Tesla’s example suggests how global companies might profitably combine servitization and personalization to bring breathtakingly new offerings to market. Tesla’s cars are not just physical objects but “connected” vehicles that serve as platforms for the digital delivery of services and the building of an ongoing relationship with consumers. Tesla can make its cars ever more personalized via software updates downloaded from the web. But it also uses downloads to provide many other improvements and optimizations on an ongoing basis. Whatever other challenges Tesla’s business has, it is more resilient—and more advantaged operationally—because the company can launch new features and respond to product quality issues more quickly and at much lower cost.

Targeting The Global Consumer

Although the music-streaming service Spotify initially offered generic human-curated playlists to listeners around the globe, it is now using algorithms to tweak and personalize playlists to fit individuals’ tastes. The company hopes to notch ongoing increases in user engagement, as it did in 2018. Likewise, every element of Netflix’s platform is personal­ized to the user’s preferences, which the company gleans by performing experiments during user visits (for example, suggesting certain content to see whether a user clicks on it). By 2019, the company had created over three hundred million user profiles, which Netflix’s algorithms used to generate personalized content recommendations. The com­pany uses humans to categorize shows according to themes, enabling the algorithm to then suggest recommendations quite accurately (about 80 percent of the content Netflix’s users consume derive from the algorithm recommendations). Instead of segmenting its offerings by nationality or other traditional demographics, the company’s algorithms analyze consumers’ consumption of content and on this basis allow Net­flix to hone in on two thousand global “taste communities.” In addi­tion, the company customizes its recommendations on a regional basis, taking into account local preferences and government regulations.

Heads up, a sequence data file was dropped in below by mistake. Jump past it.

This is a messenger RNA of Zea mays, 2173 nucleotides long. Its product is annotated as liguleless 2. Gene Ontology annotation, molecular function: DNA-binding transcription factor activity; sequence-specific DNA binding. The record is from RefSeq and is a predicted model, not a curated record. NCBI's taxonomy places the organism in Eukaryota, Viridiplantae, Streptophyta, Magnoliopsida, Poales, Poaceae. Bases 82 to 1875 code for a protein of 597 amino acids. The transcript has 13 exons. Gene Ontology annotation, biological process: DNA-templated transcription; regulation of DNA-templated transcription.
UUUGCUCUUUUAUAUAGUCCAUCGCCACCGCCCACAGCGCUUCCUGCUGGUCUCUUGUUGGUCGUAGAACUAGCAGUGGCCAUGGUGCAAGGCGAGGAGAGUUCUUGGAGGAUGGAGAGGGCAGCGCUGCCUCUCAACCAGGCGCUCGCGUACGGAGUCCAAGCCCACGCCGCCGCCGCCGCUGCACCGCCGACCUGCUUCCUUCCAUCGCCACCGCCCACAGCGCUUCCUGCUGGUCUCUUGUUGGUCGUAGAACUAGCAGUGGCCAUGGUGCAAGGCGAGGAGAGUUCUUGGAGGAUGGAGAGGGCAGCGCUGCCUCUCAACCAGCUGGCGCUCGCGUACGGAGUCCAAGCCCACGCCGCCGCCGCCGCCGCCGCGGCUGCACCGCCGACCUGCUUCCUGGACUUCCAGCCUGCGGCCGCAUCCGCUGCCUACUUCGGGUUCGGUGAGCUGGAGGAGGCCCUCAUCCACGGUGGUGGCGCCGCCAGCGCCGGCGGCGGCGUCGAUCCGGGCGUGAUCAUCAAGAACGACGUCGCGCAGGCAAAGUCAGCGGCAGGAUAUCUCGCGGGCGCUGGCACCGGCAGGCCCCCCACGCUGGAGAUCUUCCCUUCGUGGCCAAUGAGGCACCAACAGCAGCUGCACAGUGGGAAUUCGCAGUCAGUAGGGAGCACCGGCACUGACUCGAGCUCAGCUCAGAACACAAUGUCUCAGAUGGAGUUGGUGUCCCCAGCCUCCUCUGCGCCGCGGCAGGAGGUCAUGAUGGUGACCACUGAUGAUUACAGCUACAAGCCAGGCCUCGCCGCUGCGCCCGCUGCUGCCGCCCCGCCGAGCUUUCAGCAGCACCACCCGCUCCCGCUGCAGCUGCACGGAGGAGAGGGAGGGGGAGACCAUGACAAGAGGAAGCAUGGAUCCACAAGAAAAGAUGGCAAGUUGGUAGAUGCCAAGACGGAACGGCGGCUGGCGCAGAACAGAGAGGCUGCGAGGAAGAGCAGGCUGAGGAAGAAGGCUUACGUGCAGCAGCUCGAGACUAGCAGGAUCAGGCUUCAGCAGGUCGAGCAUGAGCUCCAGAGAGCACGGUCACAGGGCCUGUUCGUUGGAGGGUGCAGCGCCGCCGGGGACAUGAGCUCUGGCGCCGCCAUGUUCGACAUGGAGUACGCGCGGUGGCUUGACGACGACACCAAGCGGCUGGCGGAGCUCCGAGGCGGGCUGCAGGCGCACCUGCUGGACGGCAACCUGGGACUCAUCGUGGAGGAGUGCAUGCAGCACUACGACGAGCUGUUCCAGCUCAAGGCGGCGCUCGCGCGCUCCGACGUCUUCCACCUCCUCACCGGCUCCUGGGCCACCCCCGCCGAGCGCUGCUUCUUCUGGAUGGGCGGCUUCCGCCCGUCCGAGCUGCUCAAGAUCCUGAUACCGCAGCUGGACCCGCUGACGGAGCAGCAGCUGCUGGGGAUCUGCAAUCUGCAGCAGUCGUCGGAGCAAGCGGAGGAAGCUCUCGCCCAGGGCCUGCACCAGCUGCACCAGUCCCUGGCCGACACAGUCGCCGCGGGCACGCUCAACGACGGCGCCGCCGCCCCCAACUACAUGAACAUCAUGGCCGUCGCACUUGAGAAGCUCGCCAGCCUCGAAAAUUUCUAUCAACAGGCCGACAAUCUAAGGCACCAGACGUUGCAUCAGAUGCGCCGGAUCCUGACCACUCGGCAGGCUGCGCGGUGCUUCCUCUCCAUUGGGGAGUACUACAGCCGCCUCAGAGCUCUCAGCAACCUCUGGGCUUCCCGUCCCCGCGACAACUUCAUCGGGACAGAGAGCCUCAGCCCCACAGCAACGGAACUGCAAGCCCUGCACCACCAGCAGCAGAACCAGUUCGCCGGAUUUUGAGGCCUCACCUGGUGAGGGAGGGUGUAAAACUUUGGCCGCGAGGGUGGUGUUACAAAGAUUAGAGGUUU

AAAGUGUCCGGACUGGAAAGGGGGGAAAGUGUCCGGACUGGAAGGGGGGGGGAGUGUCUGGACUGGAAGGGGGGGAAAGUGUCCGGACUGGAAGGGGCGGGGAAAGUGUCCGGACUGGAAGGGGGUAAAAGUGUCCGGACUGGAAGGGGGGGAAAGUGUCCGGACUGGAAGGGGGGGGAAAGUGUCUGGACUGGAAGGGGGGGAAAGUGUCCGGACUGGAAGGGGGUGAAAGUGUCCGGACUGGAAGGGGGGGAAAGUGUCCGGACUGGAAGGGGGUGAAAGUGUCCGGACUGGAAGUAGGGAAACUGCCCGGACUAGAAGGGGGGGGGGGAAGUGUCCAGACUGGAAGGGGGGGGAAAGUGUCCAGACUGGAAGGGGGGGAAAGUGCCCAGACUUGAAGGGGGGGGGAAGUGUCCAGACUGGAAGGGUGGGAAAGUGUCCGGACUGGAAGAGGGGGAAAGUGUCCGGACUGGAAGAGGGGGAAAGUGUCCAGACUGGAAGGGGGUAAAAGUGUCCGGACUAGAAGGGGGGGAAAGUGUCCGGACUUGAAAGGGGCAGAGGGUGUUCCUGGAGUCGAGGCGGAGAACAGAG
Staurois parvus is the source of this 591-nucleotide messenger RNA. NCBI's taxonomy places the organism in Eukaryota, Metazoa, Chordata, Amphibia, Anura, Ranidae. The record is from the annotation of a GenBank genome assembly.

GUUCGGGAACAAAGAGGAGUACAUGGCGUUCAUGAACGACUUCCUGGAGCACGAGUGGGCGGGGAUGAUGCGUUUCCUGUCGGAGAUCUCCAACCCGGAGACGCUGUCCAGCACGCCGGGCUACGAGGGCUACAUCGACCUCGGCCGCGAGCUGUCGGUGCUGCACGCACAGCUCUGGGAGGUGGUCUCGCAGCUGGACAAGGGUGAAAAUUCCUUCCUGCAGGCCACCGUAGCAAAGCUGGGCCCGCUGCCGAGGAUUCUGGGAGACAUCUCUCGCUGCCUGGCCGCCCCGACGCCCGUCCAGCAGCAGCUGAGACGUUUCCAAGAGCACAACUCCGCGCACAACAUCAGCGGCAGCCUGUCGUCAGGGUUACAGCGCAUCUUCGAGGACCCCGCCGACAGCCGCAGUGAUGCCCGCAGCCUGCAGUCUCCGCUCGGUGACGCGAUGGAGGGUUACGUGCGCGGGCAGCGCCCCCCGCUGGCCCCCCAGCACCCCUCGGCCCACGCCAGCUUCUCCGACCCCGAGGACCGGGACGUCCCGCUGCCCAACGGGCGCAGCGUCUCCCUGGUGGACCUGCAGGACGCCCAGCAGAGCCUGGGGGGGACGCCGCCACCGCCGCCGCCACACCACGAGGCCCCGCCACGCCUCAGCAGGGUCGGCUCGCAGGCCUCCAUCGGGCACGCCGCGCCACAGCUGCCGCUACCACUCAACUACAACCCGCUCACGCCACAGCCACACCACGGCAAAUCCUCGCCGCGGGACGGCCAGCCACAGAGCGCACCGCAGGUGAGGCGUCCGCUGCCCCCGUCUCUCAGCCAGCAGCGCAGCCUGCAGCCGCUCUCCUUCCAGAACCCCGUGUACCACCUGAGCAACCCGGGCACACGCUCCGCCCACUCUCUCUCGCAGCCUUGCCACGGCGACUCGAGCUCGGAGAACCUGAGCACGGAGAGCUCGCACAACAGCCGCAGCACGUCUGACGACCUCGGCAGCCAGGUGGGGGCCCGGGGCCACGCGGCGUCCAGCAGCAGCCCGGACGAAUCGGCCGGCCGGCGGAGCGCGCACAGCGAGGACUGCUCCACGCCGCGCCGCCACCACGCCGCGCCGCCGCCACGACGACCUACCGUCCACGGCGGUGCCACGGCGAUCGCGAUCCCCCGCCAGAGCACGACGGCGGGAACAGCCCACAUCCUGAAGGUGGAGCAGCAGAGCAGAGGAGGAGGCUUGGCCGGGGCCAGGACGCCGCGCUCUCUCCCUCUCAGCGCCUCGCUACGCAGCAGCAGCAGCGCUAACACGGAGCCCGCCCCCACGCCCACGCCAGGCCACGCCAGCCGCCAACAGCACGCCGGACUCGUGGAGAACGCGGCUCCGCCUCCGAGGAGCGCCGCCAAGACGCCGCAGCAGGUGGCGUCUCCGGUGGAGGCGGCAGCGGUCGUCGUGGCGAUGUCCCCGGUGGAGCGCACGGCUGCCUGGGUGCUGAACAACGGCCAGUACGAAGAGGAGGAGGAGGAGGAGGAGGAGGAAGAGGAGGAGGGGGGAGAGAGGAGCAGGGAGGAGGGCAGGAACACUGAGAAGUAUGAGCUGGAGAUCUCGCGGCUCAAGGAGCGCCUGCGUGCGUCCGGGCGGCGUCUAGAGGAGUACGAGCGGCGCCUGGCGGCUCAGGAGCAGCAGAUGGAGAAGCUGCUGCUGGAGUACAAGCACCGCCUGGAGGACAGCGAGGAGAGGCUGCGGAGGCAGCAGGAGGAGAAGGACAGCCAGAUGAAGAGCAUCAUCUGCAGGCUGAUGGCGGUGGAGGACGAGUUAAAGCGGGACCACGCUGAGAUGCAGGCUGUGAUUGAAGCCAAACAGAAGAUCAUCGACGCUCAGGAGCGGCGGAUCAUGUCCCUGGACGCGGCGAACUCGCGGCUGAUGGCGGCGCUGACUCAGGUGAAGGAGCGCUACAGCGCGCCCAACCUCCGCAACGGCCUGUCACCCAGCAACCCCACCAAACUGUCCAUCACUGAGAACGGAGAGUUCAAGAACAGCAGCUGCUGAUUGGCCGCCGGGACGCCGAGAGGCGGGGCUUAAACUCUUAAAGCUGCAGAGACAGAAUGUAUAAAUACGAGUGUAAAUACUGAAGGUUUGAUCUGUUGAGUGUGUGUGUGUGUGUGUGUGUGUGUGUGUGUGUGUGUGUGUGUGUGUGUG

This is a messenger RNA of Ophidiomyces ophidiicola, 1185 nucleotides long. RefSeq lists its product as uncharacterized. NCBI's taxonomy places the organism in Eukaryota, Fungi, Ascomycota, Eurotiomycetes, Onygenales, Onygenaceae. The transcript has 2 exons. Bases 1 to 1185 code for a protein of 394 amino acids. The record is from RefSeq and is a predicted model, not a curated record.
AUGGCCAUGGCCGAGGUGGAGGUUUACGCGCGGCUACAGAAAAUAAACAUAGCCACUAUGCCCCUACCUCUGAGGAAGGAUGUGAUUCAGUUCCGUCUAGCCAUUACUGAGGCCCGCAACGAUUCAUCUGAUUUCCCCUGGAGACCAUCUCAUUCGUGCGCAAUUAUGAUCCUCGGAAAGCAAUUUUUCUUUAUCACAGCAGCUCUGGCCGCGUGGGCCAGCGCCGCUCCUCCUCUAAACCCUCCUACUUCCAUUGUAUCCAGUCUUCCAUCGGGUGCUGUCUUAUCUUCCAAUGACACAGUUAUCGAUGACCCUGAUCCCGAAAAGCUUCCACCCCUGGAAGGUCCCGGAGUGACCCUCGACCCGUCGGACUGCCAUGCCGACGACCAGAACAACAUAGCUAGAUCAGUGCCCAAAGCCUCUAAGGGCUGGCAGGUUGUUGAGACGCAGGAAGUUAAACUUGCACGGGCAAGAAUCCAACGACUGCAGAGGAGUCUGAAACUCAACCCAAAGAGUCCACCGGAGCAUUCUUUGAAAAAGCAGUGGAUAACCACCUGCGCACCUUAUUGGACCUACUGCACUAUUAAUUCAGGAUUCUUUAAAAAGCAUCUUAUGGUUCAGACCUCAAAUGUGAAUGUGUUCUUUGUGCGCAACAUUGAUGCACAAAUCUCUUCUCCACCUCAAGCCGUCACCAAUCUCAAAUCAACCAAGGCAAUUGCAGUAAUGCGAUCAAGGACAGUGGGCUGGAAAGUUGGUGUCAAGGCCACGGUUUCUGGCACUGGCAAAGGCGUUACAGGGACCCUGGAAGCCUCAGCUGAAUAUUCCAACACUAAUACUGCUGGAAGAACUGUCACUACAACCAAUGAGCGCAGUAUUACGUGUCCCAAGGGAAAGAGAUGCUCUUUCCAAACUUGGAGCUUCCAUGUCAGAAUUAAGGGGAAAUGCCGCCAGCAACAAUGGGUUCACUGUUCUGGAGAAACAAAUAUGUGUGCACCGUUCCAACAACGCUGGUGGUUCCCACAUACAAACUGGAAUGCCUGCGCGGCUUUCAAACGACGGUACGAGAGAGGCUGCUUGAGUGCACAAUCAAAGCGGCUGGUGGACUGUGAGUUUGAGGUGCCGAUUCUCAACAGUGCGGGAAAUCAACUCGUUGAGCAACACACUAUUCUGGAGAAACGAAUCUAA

Whether companies personalize their offerings or not, the rise of the global consumer has been so profound that some firms are creating new offerings and promotions to target cross-border groups of consumers defined by affinity, not geography.